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Between History and Fiction: Starring Hitler as Jekyll & Hyde

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Against the backdrop of today’s tense political climate, Starring Hitler as Jekyll and Hyde is a play that could not be staged at a more appropriate time. First staged in 2014 to critical acclaim, the play reframes and challenges our perceptions of history, utilising a popular narrative to tell a new tale of Jekyll, a young painter by day, who turns into Hitler by night.

How did this play even materialise? Chong Tze Chien, playwright and company director of The Finger Players, shares that he has always been interested in the holocaust and the rise of Nazism, particularly the character profile of Hitler. He knew that as a playwright, one of his tasks was to humanise his characters, but a figure such as Hitler challenges that notion.

“Is it even ethical to humanise (or not) a mass murderer such as Hitler? How does one define him, get under his skin or understand a character like him? The prospect and possibilities stirred my curiosity.”

Unlike most of his other plays, Tze Chien came up with the play’s title even before writing the play itself, the result of a chance moment while watching an American awards ceremony. “One year when I was watching an American awards ceremony; the title of a nominated film or mini series was “Starring xxx” which serendipitously inspired the play’s title Starring Hitler as Jekyll and Hyde. I thought the title offered the most appropriate premise to tackle the subject matter with sensitivity… The play kind of ‘wrote itself’ after that.”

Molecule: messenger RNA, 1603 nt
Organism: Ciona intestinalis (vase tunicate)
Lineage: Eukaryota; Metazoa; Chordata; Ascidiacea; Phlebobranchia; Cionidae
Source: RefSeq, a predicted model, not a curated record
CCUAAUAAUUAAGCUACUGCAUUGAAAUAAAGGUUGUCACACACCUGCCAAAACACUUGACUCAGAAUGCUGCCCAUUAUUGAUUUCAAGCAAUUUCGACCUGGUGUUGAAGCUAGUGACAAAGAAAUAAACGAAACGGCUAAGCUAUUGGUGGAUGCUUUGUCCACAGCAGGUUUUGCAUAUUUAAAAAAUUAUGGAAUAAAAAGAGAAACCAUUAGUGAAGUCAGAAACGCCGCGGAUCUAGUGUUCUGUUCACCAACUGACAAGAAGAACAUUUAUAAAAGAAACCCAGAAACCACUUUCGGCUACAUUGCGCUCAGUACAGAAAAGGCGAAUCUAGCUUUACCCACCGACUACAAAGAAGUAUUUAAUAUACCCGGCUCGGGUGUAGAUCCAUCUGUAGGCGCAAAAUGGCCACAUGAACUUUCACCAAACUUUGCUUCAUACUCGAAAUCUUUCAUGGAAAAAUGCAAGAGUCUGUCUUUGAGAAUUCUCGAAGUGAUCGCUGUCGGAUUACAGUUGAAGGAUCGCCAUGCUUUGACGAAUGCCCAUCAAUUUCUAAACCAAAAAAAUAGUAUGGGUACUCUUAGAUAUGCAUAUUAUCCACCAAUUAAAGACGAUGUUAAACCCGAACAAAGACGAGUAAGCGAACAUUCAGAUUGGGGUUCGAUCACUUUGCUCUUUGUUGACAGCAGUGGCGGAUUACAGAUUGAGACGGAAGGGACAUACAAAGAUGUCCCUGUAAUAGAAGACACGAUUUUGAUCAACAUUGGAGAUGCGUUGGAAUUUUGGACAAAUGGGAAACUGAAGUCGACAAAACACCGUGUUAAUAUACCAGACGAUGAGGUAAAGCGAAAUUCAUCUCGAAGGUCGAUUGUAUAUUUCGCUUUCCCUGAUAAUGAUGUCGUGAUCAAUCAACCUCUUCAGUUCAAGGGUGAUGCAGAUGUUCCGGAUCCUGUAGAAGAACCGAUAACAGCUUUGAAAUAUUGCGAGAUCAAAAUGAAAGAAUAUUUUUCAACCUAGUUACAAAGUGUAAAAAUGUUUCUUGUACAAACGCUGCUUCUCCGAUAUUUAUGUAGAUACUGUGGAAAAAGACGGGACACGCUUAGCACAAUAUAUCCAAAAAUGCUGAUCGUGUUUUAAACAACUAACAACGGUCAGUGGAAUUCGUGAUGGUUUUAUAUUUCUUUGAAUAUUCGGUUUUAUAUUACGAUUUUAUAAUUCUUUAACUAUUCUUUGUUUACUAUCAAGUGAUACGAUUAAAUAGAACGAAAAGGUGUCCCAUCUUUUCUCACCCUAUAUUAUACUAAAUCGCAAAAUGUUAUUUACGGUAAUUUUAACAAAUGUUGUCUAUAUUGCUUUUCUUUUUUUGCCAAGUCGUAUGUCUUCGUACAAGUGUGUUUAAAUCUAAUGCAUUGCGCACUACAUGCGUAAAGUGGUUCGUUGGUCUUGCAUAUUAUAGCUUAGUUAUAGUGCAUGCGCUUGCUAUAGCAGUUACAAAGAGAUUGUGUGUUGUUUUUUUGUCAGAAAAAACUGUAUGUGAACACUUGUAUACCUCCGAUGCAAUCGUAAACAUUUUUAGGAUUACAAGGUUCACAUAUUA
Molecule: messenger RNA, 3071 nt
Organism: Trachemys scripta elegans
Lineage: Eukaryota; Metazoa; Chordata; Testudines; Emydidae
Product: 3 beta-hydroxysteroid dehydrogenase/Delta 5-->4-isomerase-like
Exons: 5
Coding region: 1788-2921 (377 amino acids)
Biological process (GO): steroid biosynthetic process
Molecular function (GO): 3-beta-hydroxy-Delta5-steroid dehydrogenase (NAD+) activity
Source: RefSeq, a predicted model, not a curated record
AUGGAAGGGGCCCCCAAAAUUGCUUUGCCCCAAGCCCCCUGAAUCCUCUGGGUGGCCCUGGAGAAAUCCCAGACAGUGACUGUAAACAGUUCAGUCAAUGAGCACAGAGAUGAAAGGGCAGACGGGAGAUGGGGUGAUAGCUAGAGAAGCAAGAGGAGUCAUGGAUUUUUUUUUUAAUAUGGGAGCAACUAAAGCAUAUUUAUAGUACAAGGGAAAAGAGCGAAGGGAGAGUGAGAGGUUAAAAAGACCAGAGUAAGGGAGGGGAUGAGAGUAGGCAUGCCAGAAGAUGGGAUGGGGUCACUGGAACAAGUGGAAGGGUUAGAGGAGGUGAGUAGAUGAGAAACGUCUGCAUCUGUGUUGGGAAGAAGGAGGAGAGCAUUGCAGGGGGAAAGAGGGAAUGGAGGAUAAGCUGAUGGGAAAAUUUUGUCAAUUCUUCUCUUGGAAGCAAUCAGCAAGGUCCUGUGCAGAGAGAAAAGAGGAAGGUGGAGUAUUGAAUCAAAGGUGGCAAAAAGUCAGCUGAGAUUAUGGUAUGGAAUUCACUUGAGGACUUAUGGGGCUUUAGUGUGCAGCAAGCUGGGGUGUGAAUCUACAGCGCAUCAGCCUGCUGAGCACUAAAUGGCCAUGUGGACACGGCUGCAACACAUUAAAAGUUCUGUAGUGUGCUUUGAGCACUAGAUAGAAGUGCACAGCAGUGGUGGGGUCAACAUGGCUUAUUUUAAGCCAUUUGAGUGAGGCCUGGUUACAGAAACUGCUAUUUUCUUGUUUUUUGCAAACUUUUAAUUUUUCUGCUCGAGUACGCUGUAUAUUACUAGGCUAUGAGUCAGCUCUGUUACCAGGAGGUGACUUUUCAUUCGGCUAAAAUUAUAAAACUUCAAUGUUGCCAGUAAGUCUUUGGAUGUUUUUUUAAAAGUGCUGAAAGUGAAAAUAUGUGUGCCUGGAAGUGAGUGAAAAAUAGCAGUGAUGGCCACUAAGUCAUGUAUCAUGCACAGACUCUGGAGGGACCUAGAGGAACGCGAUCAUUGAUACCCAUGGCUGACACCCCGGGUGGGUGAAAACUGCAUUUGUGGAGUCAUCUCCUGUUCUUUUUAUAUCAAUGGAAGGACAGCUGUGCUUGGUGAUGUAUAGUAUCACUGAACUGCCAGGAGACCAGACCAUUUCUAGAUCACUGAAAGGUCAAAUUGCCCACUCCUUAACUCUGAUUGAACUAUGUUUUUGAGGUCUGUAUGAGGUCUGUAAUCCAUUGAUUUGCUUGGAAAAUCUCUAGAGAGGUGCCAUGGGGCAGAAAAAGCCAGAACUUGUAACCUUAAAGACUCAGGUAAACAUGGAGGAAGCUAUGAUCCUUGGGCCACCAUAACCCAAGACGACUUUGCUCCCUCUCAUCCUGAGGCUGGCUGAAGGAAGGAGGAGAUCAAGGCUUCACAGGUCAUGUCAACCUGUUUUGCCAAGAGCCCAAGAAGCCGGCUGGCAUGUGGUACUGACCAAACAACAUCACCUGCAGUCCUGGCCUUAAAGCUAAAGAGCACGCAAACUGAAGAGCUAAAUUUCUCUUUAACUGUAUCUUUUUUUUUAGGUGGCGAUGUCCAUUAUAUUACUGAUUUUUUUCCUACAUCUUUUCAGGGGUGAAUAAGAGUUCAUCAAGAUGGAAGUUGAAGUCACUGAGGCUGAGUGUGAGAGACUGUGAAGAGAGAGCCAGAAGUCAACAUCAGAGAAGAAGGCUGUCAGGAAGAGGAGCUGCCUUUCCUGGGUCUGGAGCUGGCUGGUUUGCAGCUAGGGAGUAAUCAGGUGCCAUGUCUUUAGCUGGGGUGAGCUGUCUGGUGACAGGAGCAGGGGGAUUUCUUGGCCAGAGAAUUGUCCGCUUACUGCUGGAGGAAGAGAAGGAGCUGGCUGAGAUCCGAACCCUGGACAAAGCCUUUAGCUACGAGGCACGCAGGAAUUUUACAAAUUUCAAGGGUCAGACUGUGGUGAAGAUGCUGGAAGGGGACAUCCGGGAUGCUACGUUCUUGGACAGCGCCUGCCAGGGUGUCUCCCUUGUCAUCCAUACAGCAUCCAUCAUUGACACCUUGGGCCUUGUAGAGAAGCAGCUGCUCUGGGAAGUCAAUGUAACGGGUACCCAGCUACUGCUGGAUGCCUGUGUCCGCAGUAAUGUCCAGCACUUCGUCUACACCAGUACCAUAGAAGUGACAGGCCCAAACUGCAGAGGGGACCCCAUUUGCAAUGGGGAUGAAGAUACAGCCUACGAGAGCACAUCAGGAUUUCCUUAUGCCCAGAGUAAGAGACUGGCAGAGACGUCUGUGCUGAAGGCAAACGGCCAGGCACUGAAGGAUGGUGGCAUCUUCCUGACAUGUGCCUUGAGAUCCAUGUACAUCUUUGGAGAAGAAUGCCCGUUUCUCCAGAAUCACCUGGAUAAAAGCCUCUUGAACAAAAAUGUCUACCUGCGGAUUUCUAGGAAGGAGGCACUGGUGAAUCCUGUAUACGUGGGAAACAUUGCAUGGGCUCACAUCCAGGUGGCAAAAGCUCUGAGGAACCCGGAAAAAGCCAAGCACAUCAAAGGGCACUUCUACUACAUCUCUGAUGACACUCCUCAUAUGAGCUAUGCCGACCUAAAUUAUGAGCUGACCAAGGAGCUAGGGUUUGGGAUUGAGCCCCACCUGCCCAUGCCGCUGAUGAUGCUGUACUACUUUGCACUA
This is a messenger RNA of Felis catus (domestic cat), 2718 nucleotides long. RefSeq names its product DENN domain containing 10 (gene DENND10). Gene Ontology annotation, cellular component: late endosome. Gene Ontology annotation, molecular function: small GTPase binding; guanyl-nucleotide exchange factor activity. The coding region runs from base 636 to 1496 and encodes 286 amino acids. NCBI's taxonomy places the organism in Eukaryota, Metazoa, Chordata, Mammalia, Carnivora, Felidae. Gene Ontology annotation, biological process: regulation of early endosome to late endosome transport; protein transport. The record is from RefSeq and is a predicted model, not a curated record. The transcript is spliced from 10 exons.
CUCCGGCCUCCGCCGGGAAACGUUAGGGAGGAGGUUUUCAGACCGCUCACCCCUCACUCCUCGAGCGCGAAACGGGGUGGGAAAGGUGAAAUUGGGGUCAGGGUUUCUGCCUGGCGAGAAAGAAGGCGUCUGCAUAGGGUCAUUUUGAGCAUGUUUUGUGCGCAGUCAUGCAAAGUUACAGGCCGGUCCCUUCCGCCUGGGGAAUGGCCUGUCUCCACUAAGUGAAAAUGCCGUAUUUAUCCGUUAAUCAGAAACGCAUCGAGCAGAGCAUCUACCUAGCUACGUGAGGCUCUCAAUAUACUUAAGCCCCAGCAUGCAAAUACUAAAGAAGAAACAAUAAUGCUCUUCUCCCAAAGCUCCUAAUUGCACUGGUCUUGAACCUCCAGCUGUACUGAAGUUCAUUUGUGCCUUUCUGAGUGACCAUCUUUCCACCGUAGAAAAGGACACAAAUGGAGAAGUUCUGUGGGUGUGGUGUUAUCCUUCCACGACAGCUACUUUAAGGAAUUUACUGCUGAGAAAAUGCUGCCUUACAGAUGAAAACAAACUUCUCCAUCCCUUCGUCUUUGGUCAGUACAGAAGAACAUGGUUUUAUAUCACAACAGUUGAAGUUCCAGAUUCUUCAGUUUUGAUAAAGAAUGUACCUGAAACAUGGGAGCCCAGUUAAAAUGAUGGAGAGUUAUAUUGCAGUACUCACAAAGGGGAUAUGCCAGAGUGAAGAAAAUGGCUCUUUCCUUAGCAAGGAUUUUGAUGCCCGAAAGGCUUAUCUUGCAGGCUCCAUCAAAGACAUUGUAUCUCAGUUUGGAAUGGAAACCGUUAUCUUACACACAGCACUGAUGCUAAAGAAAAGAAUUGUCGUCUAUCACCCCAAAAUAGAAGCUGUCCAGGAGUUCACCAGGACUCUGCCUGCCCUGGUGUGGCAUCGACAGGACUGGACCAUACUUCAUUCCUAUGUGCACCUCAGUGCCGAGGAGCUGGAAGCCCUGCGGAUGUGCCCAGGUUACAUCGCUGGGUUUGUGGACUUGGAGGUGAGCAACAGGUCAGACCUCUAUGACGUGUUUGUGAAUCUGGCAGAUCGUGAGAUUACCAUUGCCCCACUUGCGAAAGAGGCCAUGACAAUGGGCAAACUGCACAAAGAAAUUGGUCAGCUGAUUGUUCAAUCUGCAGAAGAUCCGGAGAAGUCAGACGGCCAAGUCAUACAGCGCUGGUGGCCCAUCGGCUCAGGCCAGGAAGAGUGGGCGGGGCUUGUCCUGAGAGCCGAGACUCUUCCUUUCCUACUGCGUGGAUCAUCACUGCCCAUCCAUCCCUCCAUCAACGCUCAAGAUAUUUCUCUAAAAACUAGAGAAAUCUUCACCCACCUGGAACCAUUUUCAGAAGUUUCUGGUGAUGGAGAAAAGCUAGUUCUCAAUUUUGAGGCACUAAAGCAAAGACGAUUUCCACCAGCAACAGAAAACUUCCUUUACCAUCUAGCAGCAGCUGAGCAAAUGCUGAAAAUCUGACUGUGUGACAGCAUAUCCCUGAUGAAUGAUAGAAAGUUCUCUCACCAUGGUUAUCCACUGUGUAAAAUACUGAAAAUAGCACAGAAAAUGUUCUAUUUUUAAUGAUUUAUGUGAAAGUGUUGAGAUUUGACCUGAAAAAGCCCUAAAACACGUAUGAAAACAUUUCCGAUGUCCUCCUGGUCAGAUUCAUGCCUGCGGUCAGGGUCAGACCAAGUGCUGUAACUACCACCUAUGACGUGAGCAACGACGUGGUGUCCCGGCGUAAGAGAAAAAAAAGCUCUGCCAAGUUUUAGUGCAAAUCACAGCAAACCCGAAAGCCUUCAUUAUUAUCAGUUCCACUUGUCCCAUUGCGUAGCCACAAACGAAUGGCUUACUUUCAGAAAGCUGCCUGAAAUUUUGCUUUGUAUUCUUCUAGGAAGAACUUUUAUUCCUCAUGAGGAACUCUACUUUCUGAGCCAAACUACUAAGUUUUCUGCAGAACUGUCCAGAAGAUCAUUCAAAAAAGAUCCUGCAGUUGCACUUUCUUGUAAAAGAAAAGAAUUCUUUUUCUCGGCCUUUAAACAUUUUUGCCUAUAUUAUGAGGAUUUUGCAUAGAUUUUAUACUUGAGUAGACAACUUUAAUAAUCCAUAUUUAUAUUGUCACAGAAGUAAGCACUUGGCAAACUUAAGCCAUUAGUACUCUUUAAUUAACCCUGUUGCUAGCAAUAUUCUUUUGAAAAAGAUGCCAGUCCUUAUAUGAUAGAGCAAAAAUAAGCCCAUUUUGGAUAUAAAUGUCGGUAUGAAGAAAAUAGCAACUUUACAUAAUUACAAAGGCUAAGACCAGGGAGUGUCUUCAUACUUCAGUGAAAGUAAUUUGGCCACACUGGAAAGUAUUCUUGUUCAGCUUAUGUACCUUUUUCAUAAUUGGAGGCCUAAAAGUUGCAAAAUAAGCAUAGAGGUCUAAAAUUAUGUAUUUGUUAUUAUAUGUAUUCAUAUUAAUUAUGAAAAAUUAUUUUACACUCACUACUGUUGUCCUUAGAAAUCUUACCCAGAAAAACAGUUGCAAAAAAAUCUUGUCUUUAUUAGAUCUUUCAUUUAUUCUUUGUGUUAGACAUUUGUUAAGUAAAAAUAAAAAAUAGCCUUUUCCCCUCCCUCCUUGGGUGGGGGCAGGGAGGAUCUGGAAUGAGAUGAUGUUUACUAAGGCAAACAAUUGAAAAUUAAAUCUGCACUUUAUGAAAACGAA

In the process of researching the trajectory of anti-Semitism in 1930s Germany, he found that the sentiments and events leading up to the swell of resentment was unnervingly similar those against immigrants and migrants in 2013-2014 Singapore. “It seemed history was repeating itself, and I knew the play had to be written.”


A behind-the-scenes look at the making of the play.

“The play takes on a new chilling resonance especially after Brexit. Its themes of xenophobia and racism are playing out in many more countries over the years. The play’s marketing tag line “a modern retelling of history for today’s world” can’t be more apt.”

First staged as part of a LASALLE graduation show, the script has since been further refined, with most changes made to the characterisation of Hitler after a research trip to Poland and Germany in 2015. Tze Chien also shares that Starring is the first play in a trilogy centred around Hitler, the notion of him being a failed artist, and the themes of art.

“The three plays in the trilogy will collectively touch on the politics of art; duality of art and the transformation of art. Starring being the first play in the trilogy will focus on the politics of art, and I have made the necessary tweaks to address the overarching theme better and clearer since the first staging.” Coupled with a powerhouse cast featuring the likes Edith Podesta, Julius Foo, Jo Kukathas, Lian Sutton, Joshua Lim, and Daniel York (who plays both Jekyll and Hyde), the play is sure to thrill and excite audiences. The play runs from 13-15 Oct at Victoria Theatre so get your tickets now at SISTIC!


*Tickets are $30 (CAT3) for local and foreign students with valid student passes.
*Limited $10 tickets (CAT3) are also available over the counter to individual students with valid student passes.

All images courtesy of The Finger Players.

Sara Lau
Sara is currently a second-year Sociology and Southeast Asian Studies major. Her interests consist of writing, analogue photography, craft-making, art and theatre. She is nice to people most of the time.